You can search for your local farm shops and farmers’ markets via FARMA

5. Look for The Red Tractor

The overwhelming majority of food we buy is purchased through the six big supermarket chains. The red tractor symbol is a good way to identify food grown in Great Britain rather than imported food which, is sometimes even packaged to imitate labels from British family farms.

Only 6% of the UK land area is taken up with cities and other urban areas. The overwhelming majority of the UK is farm land. Farmers look after and shape our countryside. Buying British food will support producers who meet a recognised level of animal welfare and environmental standards.

6. Choose MSC Certified Fish

Mussels in a frying pan

Fish is a great choice for those seeking tasty food, rich in protein but low in saturated fats. However, stories of over fishing and horrific images of dolphins caught in tuna nets would put anyone off a tuna pasta bake.

But there are plenty of alternatives for a fish and chip supper that ensure fish stocks are safeguarded and the fish industry thrives.

The Marine Stewardship Council certifies fish that have come from sustainable sources, using fishing practises that have not harmed other wildlife in the process. Their blue and white symbol is easily recognised and is an easy way to identify which species to pick at the fresh fish counter.

The Good Fish Guide also provides ideas for recipes using less well-known fish that are caught off the British coast that are equally delicious such as dab, hake, mackerel, mussels and Devon crab.

7. Make Sustainable Choices When Eating Out

A quarter of the food we eat is now bought from cafes, restaurants, takeaways or as food-to-go. Thanks to the Sustainable Restaurant Association (SRA), whose moto is ‘eat food that tastes good and does good’, you can make great choices when eating out. SRA members include hotels, cafes and restaurants that champion great food, source food responsibly and treat workers fairly.

You can find a map of all their members on their website under the membership heading.

8. Eat Less Meat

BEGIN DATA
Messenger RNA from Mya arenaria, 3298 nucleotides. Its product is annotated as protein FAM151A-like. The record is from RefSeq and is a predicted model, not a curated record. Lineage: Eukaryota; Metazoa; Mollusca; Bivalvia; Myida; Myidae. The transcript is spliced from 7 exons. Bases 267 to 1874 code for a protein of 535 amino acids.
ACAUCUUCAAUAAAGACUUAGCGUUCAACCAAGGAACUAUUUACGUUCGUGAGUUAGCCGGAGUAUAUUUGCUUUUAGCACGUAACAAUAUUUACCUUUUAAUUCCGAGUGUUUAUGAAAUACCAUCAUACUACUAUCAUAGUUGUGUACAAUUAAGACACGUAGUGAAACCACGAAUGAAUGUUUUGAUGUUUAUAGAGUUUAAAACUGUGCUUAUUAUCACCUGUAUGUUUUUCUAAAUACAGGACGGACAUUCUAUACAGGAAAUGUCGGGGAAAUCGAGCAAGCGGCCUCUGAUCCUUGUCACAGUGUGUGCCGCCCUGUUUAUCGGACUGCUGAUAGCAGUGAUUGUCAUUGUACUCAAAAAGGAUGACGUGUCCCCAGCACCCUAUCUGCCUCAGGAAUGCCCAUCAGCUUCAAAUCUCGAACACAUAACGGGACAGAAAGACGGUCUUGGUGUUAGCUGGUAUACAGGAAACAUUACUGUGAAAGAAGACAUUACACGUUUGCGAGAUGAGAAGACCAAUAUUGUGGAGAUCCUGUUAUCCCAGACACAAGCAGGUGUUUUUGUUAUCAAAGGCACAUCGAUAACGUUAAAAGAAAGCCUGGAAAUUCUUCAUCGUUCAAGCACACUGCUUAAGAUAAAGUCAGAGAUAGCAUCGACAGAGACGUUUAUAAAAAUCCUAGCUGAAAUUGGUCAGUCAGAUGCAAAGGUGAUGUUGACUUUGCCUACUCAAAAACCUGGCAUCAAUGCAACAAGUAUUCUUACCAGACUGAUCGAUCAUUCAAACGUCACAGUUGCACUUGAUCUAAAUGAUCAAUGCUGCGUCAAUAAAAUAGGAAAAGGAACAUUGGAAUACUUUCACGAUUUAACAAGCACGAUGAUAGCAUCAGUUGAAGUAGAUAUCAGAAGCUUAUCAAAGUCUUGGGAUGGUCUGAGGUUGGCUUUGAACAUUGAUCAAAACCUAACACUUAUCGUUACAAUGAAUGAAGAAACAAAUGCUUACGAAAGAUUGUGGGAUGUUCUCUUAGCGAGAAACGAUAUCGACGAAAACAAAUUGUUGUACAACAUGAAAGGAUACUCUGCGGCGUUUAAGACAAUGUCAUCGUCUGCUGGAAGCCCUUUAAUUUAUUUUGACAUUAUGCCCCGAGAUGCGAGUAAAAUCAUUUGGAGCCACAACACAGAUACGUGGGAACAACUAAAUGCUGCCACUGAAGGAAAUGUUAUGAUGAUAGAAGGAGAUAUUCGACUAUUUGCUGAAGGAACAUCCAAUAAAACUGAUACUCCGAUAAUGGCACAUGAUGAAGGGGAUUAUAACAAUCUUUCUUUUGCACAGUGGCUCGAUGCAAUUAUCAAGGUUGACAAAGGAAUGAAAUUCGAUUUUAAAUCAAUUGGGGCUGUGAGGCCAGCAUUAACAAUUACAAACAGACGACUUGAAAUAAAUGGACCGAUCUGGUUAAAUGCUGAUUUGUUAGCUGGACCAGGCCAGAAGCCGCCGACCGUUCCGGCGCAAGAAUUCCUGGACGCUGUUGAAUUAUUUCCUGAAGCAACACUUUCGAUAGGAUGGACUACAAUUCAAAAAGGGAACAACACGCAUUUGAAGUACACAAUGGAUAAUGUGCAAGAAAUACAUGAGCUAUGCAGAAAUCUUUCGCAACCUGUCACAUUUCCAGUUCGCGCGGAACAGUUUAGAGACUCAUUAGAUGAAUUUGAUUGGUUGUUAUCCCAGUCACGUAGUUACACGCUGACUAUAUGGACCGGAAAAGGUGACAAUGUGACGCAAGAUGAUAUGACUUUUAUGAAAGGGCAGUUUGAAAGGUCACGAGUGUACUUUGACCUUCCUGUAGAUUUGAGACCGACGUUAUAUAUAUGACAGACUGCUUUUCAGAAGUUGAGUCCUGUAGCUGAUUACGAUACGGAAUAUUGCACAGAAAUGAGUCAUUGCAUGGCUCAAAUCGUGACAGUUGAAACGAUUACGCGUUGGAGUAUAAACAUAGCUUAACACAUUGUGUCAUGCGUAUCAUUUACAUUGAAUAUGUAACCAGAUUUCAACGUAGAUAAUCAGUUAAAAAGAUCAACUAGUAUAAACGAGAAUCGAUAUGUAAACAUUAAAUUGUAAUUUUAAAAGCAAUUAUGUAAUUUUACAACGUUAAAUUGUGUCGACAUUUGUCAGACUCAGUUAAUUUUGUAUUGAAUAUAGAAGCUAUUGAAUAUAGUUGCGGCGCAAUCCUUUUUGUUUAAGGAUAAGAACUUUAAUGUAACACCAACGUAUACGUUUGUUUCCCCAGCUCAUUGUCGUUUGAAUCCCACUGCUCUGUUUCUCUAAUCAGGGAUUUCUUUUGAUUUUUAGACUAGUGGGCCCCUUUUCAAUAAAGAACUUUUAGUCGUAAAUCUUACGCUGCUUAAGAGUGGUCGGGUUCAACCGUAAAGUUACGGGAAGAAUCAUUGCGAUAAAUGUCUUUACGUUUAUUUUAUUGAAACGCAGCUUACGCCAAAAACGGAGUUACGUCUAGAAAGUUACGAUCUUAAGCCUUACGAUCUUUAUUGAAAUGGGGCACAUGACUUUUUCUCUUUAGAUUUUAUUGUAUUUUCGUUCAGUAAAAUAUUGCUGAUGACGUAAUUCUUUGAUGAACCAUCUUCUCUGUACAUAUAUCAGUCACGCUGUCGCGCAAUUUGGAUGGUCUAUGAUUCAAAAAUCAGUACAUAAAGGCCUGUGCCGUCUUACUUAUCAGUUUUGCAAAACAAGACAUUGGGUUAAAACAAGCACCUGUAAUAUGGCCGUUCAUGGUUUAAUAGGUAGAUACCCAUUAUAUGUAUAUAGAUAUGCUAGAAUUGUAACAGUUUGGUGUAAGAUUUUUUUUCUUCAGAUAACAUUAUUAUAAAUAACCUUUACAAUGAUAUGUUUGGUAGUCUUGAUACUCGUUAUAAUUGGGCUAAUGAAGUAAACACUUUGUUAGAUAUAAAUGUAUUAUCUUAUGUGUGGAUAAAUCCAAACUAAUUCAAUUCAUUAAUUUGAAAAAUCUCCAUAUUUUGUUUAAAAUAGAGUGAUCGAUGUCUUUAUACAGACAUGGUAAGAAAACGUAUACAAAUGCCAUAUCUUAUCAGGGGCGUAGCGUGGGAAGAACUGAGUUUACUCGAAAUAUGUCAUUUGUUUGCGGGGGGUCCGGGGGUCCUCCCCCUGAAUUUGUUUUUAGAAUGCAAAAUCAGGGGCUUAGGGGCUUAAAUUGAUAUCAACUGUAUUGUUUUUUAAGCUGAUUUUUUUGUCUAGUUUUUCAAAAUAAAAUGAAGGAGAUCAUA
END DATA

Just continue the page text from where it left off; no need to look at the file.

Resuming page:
An average household spends £53.30 a week on food shopping but meat makes up a staggering 61% of this cost.

Eating less meat is good for your purse, health and the environment. The chart below shows the very significant difference between low-carbon foods such as fruit, vegetables and grains compared with meat, especially beef and lamb that have the highest carbon footprints. You don’t have to be a vegetarian or vegan to enjoy the wide range of delicious, plant-based food options.


9. Food Waste

Food waste is not only financially daft, it is throwing away a product that has taken, on average, a year of hard work to produce. From the farmer planting the wheat seed to the baker producing the loaf of bread, this is an incredible waste of energy, money and resources. A shocking 24 million slices of bread are thrown away each day in the UK!  But it’s not just bread with 5.8 million potatoes thrown away each day.

If we were to stop wasting food it would have the same carbon impact as taking one in four cars off UK roads. Not only is there a huge benefit to the environment, the 110kg per person per year of food put in the bin is the equivalent of £12.5bn across the UK or £60 a month per family.

For top tips on how to reduce food waste please see the article on How to Stop Food Costing the Earth.

Fresh, Great Seasonal Food from the Farm

Buying local and seasonal food is not only sustainable but is tastier and often more affordable. In addition, supporting local food producers ensures more money stays in the local economy and goes to those who work hard to ensure that food goes from the field to our fork!